One vexing question for Desire Satisfactionism is this: At what time do you benefit from a satisfied desire? Recently Eden Lin has proposed an intriguing answer. On this proposal – Asymmetrism – when past-directed desires are satisfied, the time interval during which you benefit is the time of the desire; and, when future-directed desires are satisfied, the time interval during which you benefit is the time of the object. In this essay, I argue that Asymmetrism forces us to give implausible (...)
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  11. The Asymmetric Nature of Time.Vincent Grandjean - 2022 - Springer Nature.
    This open access monograph offers a detailed study and a systematic defense of a key intuition we typically have, as human beings, with respect to the nature of time: the intuition that the future is open, whereas the past is fixed. For example, whereas it seems unsettled whether there will be a fourth world war, it is settled that there was a first world war. -/- The book contributes, in particular, three major and original insights. First, it provides a coherent, (...)
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  12. Asymmetric Hybrids: Dialogues for Computational Concept Combination.Guendalina Righetti, Daniele Porello, Nicolas Troquard, Oliver Kutz, Maria Hedblom & Pietro Galliani - 2022 - In Fabian Neuhaus & Boyan Brodaric (eds.), Formal Ontology in Information Systems - Proceedings of the Twelfth International Conference, {FOIS} 2021, Bozen-Bolzano, Italy, September 11-18, 2021. Frontiers in Artificial Intelligence and Applications 344. IOS Press. pp. 81-96.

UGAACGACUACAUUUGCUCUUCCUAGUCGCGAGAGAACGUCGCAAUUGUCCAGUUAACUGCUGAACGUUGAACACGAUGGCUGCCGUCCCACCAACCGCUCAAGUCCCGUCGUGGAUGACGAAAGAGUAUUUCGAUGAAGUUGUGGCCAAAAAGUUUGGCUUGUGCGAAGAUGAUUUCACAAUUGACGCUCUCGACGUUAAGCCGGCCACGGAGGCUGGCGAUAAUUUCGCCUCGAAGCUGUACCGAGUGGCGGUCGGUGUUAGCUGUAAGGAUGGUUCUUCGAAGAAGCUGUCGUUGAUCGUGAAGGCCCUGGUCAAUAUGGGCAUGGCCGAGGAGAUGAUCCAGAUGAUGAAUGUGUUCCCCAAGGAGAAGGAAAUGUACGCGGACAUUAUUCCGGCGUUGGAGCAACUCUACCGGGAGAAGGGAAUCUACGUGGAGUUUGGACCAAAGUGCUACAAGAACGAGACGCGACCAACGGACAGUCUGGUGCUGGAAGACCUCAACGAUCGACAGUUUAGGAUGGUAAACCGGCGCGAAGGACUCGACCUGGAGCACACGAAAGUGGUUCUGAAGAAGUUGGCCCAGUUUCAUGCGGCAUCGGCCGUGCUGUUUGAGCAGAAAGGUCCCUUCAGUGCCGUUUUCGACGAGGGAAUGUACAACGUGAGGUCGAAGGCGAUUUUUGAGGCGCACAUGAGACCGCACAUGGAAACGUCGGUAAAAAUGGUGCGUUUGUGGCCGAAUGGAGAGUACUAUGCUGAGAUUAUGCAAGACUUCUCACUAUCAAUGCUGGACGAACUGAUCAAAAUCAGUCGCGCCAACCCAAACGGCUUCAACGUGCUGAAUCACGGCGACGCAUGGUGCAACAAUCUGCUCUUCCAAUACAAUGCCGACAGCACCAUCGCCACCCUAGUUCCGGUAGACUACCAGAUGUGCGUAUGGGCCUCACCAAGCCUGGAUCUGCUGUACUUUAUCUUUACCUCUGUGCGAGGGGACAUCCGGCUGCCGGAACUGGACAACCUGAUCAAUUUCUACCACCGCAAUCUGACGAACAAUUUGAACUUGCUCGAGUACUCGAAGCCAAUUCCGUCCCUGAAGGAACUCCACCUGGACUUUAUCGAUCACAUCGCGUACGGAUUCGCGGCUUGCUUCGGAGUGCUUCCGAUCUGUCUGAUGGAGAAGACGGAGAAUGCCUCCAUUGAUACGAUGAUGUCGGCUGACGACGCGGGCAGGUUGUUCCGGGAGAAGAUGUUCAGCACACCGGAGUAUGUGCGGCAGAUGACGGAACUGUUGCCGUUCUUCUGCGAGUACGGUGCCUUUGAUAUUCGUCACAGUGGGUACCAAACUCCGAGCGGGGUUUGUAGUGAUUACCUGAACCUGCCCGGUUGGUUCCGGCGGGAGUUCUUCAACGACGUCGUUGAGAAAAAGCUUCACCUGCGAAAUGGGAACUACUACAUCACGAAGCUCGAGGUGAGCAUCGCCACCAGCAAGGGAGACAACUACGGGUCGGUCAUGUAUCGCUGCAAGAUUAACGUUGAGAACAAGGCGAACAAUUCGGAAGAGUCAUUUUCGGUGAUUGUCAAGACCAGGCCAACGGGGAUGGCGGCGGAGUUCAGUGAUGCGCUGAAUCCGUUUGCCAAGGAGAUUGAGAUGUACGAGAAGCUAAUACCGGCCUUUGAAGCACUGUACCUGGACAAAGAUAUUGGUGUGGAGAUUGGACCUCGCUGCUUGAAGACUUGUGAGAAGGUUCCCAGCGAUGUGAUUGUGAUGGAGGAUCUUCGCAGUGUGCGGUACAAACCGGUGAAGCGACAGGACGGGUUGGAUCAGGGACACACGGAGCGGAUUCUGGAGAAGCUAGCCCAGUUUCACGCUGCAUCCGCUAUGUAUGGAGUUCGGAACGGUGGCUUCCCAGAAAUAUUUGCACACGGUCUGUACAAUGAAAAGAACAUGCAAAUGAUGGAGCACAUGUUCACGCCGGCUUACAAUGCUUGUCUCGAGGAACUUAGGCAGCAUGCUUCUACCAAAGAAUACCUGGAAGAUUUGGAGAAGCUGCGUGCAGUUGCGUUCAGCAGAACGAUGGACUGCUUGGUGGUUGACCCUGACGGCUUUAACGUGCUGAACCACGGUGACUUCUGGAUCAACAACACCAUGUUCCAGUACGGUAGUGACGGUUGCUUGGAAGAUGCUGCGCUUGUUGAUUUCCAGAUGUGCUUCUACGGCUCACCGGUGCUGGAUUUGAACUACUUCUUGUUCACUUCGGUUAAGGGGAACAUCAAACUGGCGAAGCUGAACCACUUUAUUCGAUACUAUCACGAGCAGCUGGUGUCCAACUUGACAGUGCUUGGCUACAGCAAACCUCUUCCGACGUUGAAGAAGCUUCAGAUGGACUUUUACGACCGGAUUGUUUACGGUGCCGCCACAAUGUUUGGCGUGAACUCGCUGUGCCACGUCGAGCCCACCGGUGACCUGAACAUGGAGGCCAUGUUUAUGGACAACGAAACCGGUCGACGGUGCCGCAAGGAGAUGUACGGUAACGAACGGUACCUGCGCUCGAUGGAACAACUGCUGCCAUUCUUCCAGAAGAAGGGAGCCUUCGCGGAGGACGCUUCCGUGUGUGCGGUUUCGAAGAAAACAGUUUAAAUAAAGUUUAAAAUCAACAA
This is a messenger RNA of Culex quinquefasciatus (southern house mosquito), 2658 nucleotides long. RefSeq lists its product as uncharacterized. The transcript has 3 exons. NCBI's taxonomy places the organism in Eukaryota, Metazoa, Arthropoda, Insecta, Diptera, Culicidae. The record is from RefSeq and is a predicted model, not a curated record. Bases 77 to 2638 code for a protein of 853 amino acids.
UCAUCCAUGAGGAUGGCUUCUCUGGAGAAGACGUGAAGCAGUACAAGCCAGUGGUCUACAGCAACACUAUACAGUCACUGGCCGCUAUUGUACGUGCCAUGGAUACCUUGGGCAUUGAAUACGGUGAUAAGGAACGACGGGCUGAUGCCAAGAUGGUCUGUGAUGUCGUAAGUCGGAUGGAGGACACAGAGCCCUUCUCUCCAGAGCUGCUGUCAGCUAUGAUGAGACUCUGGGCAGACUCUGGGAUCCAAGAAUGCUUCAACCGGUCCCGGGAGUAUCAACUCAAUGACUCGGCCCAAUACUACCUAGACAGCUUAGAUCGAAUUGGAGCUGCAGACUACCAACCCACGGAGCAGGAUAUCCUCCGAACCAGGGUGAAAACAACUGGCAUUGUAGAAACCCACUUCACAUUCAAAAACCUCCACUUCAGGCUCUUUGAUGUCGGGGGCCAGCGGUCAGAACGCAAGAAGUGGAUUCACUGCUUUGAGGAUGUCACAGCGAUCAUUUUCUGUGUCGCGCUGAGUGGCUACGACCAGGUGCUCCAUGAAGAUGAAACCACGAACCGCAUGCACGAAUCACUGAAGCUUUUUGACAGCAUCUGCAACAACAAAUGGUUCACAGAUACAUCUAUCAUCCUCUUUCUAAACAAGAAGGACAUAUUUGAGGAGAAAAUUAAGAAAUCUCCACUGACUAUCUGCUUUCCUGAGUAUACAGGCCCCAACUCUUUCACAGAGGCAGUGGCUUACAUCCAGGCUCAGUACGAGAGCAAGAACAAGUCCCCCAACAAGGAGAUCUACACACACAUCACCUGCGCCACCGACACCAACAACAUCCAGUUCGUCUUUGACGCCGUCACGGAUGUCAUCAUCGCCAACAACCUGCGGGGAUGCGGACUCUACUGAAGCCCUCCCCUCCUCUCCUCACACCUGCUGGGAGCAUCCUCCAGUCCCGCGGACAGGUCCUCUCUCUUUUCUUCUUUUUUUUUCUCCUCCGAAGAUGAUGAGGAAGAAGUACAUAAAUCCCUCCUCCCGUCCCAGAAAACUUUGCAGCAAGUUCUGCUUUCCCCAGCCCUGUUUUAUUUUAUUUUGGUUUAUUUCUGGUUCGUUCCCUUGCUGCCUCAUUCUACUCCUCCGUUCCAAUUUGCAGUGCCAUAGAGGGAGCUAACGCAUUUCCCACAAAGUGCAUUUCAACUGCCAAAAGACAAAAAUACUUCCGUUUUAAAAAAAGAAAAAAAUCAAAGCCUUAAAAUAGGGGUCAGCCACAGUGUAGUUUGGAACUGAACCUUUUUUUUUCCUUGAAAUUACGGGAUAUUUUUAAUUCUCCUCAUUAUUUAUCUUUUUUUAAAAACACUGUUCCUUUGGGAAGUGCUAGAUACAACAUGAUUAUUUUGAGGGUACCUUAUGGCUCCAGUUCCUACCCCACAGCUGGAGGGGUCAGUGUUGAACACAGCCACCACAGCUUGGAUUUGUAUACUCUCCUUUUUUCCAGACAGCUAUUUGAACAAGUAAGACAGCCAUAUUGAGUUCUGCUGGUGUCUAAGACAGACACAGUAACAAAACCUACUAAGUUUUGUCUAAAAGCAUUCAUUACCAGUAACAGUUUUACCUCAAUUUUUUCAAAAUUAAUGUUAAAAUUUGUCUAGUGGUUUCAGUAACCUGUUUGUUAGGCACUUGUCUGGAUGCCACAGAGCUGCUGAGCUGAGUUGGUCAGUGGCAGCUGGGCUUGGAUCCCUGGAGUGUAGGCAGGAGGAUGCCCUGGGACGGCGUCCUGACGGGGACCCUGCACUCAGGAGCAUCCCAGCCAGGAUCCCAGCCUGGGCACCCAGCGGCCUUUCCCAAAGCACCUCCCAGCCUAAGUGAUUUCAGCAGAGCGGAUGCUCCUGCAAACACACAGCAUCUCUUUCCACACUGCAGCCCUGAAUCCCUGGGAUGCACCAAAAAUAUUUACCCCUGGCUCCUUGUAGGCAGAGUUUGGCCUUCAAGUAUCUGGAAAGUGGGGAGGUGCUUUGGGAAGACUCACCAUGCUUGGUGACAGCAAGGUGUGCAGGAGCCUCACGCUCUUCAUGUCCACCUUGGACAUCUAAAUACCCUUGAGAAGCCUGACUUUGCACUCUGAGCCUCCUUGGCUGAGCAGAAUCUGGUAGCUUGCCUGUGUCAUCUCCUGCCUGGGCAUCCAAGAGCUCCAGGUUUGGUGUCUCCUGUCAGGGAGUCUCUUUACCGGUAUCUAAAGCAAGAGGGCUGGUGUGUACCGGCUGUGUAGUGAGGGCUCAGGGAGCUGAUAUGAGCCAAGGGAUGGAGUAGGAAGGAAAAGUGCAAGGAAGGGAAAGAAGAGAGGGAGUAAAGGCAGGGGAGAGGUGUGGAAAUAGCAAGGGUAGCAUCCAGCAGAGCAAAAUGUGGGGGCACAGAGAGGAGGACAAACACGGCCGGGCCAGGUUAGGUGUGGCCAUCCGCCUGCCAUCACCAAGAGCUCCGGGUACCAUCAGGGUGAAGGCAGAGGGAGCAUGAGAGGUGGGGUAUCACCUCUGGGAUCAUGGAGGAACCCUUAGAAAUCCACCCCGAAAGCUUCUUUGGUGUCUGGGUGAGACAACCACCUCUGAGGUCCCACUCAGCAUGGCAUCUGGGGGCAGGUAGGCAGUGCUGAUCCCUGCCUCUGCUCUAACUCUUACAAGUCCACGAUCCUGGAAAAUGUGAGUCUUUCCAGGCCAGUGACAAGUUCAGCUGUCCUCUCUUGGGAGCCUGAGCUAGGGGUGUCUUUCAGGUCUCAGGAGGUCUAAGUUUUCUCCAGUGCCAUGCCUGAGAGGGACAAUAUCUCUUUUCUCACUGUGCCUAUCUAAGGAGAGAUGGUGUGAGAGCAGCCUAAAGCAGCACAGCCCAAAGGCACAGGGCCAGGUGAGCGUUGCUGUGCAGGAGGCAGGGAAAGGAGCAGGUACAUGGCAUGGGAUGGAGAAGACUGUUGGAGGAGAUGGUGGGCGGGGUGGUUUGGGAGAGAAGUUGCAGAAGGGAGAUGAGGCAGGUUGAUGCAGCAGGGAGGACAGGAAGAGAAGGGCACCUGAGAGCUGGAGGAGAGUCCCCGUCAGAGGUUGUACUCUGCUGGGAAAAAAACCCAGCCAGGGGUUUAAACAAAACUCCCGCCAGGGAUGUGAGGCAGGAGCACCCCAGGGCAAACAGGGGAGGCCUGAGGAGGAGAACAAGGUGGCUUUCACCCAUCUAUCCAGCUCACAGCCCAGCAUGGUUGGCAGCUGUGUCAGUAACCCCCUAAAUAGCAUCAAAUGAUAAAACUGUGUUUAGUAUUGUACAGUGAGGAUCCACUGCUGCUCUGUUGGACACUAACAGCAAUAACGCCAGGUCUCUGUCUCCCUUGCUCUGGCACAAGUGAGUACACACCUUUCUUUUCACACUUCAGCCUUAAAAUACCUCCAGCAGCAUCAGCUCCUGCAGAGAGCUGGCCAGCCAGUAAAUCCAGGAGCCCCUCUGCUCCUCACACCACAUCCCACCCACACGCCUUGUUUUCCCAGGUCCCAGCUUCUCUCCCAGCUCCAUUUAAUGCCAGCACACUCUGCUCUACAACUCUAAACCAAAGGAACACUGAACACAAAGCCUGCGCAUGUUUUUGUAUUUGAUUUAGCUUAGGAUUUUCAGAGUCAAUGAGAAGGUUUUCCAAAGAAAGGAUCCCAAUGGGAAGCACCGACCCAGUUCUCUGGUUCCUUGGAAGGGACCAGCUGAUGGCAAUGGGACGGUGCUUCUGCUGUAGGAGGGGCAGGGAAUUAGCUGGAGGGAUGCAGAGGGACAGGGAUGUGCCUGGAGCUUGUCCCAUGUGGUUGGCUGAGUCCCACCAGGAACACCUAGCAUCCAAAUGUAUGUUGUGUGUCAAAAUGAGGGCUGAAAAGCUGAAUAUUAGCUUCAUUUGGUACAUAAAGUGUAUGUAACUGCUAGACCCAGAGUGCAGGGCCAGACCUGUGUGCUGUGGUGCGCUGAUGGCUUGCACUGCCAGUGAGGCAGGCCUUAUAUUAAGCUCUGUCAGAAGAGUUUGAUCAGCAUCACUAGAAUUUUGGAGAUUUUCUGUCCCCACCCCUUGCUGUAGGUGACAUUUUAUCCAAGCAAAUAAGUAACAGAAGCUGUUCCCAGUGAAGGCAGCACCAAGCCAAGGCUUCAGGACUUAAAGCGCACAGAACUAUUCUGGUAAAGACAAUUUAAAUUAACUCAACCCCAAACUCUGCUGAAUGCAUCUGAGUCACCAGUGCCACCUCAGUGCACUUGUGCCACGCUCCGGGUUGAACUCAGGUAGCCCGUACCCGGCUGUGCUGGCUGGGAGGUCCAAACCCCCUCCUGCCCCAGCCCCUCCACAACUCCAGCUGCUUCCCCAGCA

When people combine concepts these are often characterised as “hybrid”, “impossible”, or “humorous”. However, when simply considering them in terms of extensional logic, the novel concepts understood as a conjunctive concept will often lack meaning having an empty extension (consider “a tooth that is a chair”, “a pet flower”, etc.). Still, people use different strategies to produce new non-empty concepts: additive or integrative combination of features, alignment of features, instantiation, etc. All these strategies involve the ability to deal with conflicting (...)
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  13. Empathy, Asymmetrical Reciprocity, and the Ethics of Mental Health Care.Andrew Molas - 2018 - Journal of the Canadian Society for the Study of Practical Ethics 2 (1):51-77.
    I discuss Young’s “asymmetrical reciprocity” and apply it to an ethics of mental health care. Due to its emphasis on engaging with others through respectful dialogue in an inclusive manner, asymmetrical reciprocity serves as an appropriate framework for guiding caregivers to interact with their patients and to understand them in a morally responsible and appropriate manner. In Section 1, I define empathy and explain its benefits in the context of mental health care. In Section 2, I discuss two potential problems (...)
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  14. Explaining the Illusion of Asymmetric Insight.Asbjørn Steglich-Petersen & Mattias Skipper - 2019 - Review of Philosophy and Psychology 10 (4):769-786.
    People tend to think that they know others better than others know them. This phenomenon is known as the “illusion of asymmetric insight.” While the illusion has been well documented by a series of recent experiments, less has been done to explain it. In this paper, we argue that extant explanations are inadequate because they either get the explanatory direction wrong or fail to accommodate the experimental results in a sufficiently nuanced way. Instead, we propose a new explanation that (...)